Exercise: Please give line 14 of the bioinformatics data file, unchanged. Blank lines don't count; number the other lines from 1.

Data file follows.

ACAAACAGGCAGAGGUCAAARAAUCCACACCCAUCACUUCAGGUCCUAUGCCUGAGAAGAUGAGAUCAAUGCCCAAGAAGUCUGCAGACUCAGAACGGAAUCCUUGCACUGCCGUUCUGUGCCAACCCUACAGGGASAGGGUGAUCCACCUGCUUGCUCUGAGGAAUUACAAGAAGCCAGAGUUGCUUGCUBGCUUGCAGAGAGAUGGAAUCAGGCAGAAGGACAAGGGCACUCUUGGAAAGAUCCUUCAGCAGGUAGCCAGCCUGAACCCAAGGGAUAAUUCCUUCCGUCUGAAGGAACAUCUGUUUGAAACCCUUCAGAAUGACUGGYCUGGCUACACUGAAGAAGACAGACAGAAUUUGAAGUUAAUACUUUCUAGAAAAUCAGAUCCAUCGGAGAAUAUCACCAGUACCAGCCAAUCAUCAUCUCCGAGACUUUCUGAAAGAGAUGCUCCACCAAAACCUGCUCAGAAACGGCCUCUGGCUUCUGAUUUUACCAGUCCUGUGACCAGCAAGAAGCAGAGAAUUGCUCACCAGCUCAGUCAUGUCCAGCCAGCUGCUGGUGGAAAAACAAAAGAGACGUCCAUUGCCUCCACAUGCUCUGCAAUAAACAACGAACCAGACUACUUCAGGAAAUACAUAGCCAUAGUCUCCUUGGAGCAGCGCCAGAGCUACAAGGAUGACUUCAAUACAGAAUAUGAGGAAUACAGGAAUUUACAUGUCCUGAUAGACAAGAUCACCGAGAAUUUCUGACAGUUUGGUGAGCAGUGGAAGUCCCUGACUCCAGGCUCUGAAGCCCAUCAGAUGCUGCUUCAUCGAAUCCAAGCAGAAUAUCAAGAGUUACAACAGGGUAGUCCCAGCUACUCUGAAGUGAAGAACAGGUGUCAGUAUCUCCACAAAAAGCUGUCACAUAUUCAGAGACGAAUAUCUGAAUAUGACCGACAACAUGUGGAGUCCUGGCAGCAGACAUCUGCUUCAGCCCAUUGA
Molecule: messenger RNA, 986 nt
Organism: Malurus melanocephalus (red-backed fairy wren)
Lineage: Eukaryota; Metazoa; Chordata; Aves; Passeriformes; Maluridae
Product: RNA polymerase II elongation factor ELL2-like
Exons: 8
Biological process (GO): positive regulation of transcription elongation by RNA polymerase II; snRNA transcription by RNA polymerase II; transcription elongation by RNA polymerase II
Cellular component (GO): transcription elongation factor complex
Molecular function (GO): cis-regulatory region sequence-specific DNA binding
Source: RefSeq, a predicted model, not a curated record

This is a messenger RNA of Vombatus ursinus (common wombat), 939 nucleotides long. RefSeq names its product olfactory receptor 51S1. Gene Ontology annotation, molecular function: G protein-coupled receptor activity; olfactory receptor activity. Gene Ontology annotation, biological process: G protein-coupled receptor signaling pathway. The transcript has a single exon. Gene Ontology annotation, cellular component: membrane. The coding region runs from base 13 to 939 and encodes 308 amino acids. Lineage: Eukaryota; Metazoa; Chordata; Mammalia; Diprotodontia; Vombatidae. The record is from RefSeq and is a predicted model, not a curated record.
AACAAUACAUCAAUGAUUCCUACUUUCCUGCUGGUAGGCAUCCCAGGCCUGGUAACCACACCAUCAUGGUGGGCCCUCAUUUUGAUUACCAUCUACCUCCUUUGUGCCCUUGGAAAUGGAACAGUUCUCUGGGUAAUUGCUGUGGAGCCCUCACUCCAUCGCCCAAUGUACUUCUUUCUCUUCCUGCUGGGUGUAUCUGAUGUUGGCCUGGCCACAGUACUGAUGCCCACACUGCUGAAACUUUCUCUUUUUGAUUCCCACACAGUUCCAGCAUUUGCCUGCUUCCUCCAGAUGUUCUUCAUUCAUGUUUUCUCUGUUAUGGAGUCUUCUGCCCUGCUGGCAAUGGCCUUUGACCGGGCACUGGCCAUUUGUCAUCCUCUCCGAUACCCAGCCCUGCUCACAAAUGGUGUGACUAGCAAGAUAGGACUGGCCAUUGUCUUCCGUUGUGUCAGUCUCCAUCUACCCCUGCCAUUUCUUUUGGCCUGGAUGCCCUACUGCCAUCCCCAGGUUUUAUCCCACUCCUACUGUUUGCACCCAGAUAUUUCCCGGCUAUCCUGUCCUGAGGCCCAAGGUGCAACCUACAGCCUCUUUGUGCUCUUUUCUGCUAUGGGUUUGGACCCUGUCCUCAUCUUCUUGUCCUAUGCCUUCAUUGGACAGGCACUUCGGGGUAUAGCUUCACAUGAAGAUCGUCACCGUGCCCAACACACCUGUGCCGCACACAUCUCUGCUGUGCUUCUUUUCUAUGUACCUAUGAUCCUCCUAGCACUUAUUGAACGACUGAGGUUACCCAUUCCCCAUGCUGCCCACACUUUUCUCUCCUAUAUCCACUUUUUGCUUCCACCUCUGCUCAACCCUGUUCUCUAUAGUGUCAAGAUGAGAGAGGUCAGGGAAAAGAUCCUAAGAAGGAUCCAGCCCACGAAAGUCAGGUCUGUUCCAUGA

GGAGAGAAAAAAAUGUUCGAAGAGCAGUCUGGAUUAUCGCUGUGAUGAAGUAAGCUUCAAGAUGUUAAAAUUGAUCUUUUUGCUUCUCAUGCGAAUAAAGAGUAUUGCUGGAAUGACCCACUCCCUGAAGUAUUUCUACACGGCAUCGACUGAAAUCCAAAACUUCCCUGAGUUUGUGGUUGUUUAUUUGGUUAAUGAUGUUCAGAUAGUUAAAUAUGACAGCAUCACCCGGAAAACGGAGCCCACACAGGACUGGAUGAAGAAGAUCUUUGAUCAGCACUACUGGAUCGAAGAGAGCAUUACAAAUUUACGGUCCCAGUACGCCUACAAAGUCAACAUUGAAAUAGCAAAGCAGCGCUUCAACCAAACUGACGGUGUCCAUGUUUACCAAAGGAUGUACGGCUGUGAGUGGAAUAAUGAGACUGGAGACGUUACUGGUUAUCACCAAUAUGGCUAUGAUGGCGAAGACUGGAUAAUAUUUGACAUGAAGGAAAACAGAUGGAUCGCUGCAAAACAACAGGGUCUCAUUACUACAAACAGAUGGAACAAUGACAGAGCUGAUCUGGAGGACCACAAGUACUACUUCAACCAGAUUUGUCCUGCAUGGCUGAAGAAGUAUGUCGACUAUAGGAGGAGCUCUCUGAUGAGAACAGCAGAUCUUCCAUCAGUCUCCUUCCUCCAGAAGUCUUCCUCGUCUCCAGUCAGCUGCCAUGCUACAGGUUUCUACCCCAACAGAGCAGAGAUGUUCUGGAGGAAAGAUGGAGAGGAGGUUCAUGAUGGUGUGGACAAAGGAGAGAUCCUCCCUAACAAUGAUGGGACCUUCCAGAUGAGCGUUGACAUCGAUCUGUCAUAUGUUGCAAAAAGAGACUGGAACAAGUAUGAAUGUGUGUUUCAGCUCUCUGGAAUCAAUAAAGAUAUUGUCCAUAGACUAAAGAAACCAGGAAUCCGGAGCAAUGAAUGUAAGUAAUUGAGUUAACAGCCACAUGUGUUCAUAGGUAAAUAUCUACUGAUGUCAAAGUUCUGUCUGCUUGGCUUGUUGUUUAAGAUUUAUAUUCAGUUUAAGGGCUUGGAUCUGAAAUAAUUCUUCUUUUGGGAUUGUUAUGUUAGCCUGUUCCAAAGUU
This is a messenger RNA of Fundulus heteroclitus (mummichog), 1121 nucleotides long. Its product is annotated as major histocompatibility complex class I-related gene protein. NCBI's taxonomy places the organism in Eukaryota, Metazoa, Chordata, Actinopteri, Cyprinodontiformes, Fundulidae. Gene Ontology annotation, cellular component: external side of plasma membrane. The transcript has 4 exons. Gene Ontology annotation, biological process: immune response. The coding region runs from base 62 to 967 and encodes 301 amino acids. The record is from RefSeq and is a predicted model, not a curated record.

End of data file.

This is a messenger RNA of Fundulus heteroclitus (mummichog), 1121 nucleotides long. Its product is annotated as major histocompatibility complex class I-related gene protein. NCBI's taxonomy places the organism in Eukaryota, Metazoa, Chordata, Actinopteri, Cyprinodontiformes, Fundulidae. Gene Ontology annotation, cellular component: external side of plasma membrane. The transcript has 4 exons. Gene Ontology annotation, biological process: immune response. The coding region runs from base 62 to 967 and encodes 301 amino acids. The record is from RefSeq and is a predicted model, not a curated record.